The role of neutrophil-lymphocyte ratio as a prognostic indicator in patients undergoing nephrectomy for renal cell carcinoma
Introduction: Prognosis in patients with cancer is influenced by underlying tumour biology and also the host inflammatory response to the disease. There is limited evidence to suggest that an elevated neutrophil-lymphocyte ratio (NLR) predicts a poorer prognosis in patients undergoing nephrectomy for renal cell carcinoma (RCC). The aim of this paper is to investigate if patients undergoing nephrectomy for RCC with NLR ≤4 have a better overall and recurrence-free survival than patients with NLR >4.
Methods: All patients who underwent nephrectomy at a single centre between January 1, 2011 and December 31, 2014 were identified. Patients were included if postoperative histology demonstrated RCC and if preoperative NLR was available. Patients were excluded if nephrectomy was not curative intent (i.e., cytoreductive nephrectomy), if primary tumour was graded to be T3b‒4 disease, if there was presence of nodal or metastatic disease on preoperative staging, or if adequate followup notes were not available. Primary and secondary outcomes were overall survival and recurrence-free survival, respectively.
Results: A total of 154 patients were included in analysis of overall survival; 146 patients were included in analysis of recurrence-free survival. Patients with NLR ≤4 had a much better overall survival than patients with NLR >4 (95% vs. 78%; p=0.0219). Patients with NLR >4 also had higher rates of recurrence (p=0.0218).
Conclusions: NLR may be a useful tool in identifying patients who may benefit from more frequent surveillance in the early postoperative period and may allow clinicians to offer surveillance schemes tailored to the individual patient.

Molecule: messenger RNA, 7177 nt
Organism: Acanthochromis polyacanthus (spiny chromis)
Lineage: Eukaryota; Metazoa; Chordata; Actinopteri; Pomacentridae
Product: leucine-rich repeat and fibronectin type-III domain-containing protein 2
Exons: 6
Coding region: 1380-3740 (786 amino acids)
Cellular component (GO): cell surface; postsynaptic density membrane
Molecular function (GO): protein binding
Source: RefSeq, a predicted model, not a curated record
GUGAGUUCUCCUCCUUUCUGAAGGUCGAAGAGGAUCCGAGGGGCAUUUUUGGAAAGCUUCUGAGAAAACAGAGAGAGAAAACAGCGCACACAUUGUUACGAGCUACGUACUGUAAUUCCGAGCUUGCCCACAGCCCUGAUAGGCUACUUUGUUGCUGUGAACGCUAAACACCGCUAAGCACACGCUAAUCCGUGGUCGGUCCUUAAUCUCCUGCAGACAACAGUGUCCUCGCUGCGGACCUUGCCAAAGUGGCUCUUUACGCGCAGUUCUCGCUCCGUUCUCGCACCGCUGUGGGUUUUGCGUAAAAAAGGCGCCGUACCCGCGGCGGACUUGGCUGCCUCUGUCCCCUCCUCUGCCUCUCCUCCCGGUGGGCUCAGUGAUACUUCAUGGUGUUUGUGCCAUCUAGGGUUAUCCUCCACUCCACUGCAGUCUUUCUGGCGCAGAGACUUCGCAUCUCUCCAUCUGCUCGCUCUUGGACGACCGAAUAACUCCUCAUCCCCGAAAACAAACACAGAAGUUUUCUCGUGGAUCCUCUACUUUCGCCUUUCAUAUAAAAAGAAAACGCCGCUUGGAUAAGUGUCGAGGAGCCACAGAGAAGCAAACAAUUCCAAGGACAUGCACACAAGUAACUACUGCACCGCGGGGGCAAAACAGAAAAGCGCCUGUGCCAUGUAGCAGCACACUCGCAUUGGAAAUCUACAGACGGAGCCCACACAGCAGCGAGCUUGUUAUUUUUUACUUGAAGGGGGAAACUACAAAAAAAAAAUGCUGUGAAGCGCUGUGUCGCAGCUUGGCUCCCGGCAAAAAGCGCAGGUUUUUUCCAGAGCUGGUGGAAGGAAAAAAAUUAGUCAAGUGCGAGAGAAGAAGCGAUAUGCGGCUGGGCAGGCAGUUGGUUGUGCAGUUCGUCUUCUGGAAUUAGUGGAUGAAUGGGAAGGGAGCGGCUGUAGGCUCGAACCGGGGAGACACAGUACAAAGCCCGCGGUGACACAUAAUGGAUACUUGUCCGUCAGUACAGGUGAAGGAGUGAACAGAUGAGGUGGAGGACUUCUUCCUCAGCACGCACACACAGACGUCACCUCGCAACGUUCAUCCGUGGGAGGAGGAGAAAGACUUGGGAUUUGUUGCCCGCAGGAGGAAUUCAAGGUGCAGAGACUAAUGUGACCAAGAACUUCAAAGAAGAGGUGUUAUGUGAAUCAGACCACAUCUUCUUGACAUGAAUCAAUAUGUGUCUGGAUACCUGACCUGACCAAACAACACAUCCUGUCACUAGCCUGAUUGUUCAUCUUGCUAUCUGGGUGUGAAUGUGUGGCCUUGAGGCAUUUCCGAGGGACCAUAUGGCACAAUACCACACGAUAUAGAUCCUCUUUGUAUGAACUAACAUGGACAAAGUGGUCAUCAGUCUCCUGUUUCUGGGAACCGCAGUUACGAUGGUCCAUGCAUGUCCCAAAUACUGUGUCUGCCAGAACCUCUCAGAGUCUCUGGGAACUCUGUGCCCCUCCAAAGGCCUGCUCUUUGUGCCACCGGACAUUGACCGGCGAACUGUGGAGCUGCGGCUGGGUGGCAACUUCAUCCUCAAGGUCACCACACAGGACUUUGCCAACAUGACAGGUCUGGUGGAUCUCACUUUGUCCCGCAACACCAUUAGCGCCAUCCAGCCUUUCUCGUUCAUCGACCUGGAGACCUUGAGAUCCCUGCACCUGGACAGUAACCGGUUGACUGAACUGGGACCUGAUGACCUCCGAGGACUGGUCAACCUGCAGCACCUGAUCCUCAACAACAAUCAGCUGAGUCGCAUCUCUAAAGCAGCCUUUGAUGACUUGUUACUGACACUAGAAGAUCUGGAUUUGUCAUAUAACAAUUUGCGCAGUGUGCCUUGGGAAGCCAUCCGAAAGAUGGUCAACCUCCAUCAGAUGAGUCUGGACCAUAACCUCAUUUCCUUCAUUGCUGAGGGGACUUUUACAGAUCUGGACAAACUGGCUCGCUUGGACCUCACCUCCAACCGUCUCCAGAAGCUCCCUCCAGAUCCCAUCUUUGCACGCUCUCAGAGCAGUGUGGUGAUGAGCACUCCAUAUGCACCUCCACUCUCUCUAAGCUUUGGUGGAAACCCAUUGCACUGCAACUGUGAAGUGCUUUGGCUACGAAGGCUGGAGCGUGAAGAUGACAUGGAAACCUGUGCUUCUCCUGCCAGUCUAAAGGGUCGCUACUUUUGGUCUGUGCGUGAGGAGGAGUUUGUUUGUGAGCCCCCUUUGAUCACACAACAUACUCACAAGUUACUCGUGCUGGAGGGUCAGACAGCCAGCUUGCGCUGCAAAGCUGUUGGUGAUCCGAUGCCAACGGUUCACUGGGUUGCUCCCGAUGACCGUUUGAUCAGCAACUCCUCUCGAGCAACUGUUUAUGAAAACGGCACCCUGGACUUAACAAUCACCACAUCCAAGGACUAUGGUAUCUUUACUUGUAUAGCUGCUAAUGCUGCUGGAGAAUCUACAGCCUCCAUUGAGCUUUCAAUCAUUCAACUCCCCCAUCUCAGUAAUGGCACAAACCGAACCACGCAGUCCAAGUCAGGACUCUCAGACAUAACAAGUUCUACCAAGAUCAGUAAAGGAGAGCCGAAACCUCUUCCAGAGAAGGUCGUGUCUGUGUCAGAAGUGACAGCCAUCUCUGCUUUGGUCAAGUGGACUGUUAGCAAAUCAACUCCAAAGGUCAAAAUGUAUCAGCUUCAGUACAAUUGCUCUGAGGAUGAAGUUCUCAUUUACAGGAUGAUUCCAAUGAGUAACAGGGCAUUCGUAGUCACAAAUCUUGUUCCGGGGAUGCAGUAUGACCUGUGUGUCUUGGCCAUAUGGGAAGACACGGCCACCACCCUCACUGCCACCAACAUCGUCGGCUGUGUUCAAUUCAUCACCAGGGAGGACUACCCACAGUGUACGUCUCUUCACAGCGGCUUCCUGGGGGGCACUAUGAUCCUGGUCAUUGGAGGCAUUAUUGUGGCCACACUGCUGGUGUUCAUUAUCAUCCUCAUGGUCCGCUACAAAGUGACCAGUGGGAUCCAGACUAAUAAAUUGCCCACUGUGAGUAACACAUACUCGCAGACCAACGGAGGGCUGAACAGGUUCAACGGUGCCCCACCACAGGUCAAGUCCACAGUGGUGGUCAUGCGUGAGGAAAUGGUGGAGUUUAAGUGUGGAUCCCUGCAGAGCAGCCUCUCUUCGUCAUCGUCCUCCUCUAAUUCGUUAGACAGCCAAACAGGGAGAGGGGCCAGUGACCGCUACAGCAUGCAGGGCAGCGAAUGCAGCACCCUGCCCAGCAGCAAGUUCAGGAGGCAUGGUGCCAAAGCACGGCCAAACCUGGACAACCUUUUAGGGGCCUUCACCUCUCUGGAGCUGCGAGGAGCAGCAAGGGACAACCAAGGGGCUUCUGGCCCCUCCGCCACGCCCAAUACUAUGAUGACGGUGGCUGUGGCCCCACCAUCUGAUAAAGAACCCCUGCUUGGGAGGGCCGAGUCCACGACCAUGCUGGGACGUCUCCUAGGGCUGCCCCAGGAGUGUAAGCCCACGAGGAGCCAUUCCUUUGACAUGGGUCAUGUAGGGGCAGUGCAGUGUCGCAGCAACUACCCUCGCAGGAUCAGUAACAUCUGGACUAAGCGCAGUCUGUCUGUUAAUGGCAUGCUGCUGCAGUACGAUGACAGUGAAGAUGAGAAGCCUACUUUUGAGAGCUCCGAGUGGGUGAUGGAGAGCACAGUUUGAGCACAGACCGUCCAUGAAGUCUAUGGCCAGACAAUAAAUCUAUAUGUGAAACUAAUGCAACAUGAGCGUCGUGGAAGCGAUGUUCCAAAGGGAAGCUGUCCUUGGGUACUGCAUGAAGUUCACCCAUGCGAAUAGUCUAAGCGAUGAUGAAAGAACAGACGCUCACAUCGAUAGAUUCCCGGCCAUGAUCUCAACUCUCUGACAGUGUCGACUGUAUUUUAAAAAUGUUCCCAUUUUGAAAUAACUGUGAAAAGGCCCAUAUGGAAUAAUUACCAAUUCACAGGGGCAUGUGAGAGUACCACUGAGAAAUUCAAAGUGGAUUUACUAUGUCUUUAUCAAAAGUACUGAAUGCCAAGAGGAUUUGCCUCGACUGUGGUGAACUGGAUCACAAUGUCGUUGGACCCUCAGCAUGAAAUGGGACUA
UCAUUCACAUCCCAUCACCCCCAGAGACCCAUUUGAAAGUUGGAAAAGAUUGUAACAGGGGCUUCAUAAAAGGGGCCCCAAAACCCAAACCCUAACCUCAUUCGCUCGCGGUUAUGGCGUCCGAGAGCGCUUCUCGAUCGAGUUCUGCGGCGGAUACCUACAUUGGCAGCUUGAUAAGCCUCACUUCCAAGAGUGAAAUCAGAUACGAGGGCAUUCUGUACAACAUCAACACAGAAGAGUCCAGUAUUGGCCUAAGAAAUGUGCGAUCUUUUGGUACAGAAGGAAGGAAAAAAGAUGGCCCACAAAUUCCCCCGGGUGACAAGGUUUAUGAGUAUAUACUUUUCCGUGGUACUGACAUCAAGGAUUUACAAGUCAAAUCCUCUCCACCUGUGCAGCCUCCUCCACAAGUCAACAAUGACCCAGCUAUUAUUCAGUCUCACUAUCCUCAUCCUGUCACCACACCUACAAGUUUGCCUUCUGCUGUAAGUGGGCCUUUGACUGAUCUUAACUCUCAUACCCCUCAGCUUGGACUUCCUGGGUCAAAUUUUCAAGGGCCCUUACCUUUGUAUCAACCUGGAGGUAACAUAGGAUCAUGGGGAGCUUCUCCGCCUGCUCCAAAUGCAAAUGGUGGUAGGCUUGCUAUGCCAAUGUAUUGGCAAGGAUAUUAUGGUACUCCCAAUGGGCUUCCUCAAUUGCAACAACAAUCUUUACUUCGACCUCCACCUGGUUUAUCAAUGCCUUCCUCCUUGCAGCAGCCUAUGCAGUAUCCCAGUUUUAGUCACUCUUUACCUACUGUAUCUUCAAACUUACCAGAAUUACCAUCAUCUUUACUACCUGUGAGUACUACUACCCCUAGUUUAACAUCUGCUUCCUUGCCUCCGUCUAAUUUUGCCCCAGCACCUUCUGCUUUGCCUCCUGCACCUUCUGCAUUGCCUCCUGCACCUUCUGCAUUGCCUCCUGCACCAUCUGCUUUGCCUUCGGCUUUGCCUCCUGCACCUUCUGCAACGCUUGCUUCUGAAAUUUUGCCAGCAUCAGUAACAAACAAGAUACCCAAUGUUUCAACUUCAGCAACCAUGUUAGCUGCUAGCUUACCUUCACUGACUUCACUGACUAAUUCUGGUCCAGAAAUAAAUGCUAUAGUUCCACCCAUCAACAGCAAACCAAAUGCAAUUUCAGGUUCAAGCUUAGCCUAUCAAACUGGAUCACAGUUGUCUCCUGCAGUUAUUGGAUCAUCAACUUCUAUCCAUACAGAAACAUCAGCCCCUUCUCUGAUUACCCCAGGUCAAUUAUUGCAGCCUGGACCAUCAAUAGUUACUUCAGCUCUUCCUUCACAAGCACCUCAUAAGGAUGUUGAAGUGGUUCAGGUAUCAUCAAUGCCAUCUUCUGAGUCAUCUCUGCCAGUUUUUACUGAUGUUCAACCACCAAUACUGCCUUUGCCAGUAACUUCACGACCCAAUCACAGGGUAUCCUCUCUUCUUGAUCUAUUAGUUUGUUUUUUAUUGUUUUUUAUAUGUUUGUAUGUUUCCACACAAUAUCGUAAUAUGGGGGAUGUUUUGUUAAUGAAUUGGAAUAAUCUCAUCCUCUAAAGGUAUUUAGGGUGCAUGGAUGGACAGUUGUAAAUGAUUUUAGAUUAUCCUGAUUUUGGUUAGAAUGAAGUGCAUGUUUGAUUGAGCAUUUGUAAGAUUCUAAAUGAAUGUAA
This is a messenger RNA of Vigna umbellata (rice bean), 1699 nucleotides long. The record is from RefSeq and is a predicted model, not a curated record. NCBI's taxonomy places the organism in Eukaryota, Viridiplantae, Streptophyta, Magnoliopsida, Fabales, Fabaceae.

You, the Author(s), assign your copyright in and to the Article to the Canadian Urological Association. This means that you may not, without the prior written permission of the CUA:
- Post the Article on any Web site
- Translate or authorize a translation of the Article
- Copy or otherwise reproduce the Article, in any format, beyond what is permitted under Canadian copyright law, or authorize others to do so
- Copy or otherwise reproduce portions of the Article, including tables and figures, beyond what is permitted under Canadian copyright law, or authorize others to do so.
The CUA encourages use for non-commercial educational purposes and will not unreasonably deny any such permission request.
You retain your moral rights in and to the Article. This means that the CUA may not assert its copyright in such a way that would negatively reflect on your reputation or your right to be associated with the Article.
The CUA also requires you to warrant the following:
- That you are the Author(s) and sole owner(s), that the Article is original and unpublished and that you have not previously assigned copyright or granted a licence to any other third party;
- That all individuals who have made a substantive contribution to the article are acknowledged;
- That the Article does not infringe any proprietary right of any third party and that you have received the permissions necessary to include the work of others in the Article; and
- That the Article does not libel or violate the privacy rights of any third party.